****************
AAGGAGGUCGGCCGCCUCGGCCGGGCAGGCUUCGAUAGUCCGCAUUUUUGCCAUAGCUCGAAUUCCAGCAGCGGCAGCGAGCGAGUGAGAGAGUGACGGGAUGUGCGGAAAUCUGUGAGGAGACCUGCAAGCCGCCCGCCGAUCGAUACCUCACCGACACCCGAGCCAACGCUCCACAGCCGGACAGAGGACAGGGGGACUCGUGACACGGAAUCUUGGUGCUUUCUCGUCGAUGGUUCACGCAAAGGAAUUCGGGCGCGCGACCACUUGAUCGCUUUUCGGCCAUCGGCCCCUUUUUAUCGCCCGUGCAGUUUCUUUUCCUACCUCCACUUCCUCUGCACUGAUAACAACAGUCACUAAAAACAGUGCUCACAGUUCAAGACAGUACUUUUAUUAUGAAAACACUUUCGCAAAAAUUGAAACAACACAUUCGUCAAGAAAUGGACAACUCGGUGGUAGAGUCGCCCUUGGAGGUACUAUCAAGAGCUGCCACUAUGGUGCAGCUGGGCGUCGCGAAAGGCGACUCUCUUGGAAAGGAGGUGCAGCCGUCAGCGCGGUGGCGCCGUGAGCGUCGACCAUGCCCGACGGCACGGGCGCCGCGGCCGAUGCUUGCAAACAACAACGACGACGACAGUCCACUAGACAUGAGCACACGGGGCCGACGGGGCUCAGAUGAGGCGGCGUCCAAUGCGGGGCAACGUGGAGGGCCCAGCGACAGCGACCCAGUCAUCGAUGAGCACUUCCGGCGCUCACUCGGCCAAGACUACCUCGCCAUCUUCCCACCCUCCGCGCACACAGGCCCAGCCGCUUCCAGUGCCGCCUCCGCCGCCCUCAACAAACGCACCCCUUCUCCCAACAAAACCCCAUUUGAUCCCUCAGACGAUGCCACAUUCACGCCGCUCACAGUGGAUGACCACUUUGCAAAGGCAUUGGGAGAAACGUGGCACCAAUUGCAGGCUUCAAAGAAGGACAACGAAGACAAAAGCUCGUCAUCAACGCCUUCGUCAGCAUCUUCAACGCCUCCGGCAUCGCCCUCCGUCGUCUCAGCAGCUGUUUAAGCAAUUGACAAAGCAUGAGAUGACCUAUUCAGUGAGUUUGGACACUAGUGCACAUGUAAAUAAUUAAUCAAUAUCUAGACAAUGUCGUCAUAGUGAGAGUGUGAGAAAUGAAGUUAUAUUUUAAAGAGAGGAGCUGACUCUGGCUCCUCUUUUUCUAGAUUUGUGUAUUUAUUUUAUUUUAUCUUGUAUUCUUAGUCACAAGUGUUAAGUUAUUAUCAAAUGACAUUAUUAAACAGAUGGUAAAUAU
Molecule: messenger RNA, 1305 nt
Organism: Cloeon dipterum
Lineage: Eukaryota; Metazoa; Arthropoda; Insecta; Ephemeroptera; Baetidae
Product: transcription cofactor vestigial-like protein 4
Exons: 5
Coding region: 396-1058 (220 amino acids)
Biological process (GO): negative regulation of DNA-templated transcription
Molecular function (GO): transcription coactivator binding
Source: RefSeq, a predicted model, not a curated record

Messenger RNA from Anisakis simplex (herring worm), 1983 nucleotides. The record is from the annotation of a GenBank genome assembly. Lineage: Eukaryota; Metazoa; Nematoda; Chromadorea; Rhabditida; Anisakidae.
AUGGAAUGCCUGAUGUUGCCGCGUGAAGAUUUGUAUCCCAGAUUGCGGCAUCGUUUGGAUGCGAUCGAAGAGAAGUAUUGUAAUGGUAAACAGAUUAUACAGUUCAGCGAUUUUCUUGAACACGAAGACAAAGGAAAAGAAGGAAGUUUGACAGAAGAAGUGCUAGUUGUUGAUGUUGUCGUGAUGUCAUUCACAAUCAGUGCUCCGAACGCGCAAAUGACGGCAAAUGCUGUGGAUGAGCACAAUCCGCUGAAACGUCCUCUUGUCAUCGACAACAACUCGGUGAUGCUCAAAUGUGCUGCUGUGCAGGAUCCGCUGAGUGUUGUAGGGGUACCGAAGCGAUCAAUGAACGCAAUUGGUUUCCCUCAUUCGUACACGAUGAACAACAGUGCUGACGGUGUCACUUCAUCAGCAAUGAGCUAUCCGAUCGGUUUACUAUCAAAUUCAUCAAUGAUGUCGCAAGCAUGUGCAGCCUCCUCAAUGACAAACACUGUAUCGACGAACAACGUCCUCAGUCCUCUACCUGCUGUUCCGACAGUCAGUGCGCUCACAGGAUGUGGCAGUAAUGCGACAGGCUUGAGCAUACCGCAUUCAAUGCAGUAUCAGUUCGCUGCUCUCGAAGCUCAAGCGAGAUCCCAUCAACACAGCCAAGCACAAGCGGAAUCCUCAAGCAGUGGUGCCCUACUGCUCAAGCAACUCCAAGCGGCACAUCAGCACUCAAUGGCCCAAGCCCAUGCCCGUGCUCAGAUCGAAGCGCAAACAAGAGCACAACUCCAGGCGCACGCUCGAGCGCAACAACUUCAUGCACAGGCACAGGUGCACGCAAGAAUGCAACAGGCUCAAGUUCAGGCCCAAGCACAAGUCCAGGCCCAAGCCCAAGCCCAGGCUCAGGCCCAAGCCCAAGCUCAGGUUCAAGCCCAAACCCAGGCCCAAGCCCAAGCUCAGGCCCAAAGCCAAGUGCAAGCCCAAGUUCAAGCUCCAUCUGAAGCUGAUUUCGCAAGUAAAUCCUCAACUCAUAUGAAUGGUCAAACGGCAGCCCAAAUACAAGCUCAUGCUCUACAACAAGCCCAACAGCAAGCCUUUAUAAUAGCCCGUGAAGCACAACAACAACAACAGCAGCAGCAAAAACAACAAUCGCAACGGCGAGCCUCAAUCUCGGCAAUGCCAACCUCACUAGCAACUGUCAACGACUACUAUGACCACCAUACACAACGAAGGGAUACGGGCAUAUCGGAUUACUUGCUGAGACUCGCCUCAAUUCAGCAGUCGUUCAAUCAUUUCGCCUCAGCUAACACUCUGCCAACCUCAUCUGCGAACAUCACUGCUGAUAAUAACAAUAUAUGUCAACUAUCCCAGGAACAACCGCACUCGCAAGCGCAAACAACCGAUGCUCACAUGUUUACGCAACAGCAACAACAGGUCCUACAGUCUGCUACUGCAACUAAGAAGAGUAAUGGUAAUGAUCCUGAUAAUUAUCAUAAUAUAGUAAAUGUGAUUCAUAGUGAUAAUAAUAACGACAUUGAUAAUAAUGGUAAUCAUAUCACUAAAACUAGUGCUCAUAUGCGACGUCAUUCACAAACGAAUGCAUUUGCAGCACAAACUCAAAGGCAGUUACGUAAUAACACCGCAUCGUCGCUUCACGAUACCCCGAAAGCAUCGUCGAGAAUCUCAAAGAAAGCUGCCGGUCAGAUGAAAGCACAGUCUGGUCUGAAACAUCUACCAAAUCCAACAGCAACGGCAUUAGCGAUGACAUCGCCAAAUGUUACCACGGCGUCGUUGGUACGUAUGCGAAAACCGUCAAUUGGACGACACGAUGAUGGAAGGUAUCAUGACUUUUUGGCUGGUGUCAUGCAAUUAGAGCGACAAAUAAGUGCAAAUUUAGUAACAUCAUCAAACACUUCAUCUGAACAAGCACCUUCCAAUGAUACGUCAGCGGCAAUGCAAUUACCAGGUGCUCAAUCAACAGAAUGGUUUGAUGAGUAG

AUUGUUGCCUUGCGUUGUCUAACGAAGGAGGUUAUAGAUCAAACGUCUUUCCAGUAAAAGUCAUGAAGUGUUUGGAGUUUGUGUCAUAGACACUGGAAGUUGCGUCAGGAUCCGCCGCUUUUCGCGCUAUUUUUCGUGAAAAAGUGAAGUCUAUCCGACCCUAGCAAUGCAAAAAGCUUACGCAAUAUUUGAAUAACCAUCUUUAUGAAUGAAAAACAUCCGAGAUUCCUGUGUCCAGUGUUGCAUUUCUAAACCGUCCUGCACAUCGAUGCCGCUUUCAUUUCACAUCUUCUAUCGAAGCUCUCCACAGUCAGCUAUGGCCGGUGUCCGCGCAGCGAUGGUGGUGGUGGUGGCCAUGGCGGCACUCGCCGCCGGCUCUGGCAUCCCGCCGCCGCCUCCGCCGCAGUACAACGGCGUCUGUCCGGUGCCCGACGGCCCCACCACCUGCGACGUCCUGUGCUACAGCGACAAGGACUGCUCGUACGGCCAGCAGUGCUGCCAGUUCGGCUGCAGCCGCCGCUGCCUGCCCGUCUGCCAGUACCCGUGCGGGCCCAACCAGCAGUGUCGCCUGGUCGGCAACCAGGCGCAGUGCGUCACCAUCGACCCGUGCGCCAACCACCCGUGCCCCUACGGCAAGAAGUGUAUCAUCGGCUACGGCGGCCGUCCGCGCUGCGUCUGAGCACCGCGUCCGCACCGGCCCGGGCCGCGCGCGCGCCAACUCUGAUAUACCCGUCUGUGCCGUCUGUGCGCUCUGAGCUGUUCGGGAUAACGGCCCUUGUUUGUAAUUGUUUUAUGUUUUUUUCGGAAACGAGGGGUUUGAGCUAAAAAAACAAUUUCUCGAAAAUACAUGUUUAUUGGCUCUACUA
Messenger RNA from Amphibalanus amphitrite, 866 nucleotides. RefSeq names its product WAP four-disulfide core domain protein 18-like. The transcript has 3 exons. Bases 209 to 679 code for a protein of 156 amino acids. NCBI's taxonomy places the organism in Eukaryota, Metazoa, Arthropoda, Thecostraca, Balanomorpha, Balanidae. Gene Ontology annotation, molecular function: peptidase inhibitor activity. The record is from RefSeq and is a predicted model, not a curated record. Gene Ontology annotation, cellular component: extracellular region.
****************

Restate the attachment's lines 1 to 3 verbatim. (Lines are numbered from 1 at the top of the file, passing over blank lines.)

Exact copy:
AAGGAGGUCGGCCGCCUCGGCCGGGCAGGCUUCGAUAGUCCGCAUUUUUGCCAUAGCUCGAAUUCCAGCAGCGGCAGCGAGCGAGUGAGAGAGUGACGGGAUGUGCGGAAAUCUGUGAGGAGACCUGCAAGCCGCCCGCCGAUCGAUACCUCACCGACACCCGAGCCAACGCUCCACAGCCGGACAGAGGACAGGGGGACUCGUGACACGGAAUCUUGGUGCUUUCUCGUCGAUGGUUCACGCAAAGGAAUUCGGGCGCGCGACCACUUGAUCGCUUUUCGGCCAUCGGCCCCUUUUUAUCGCCCGUGCAGUUUCUUUUCCUACCUCCACUUCCUCUGCACUGAUAACAACAGUCACUAAAAACAGUGCUCACAGUUCAAGACAGUACUUUUAUUAUGAAAACACUUUCGCAAAAAUUGAAACAACACAUUCGUCAAGAAAUGGACAACUCGGUGGUAGAGUCGCCCUUGGAGGUACUAUCAAGAGCUGCCACUAUGGUGCAGCUGGGCGUCGCGAAAGGCGACUCUCUUGGAAAGGAGGUGCAGCCGUCAGCGCGGUGGCGCCGUGAGCGUCGACCAUGCCCGACGGCACGGGCGCCGCGGCCGAUGCUUGCAAACAACAACGACGACGACAGUCCACUAGACAUGAGCACACGGGGCCGACGGGGCUCAGAUGAGGCGGCGUCCAAUGCGGGGCAACGUGGAGGGCCCAGCGACAGCGACCCAGUCAUCGAUGAGCACUUCCGGCGCUCACUCGGCCAAGACUACCUCGCCAUCUUCCCACCCUCCGCGCACACAGGCCCAGCCGCUUCCAGUGCCGCCUCCGCCGCCCUCAACAAACGCACCCCUUCUCCCAACAAAACCCCAUUUGAUCCCUCAGACGAUGCCACAUUCACGCCGCUCACAGUGGAUGACCACUUUGCAAAGGCAUUGGGAGAAACGUGGCACCAAUUGCAGGCUUCAAAGAAGGACAACGAAGACAAAAGCUCGUCAUCAACGCCUUCGUCAGCAUCUUCAACGCCUCCGGCAUCGCCCUCCGUCGUCUCAGCAGCUGUUUAAGCAAUUGACAAAGCAUGAGAUGACCUAUUCAGUGAGUUUGGACACUAGUGCACAUGUAAAUAAUUAAUCAAUAUCUAGACAAUGUCGUCAUAGUGAGAGUGUGAGAAAUGAAGUUAUAUUUUAAAGAGAGGAGCUGACUCUGGCUCCUCUUUUUCUAGAUUUGUGUAUUUAUUUUAUUUUAUCUUGUAUUCUUAGUCACAAGUGUUAAGUUAUUAUCAAAUGACAUUAUUAAACAGAUGGUAAAUAU
Molecule: messenger RNA, 1305 nt
Organism: Cloeon dipterum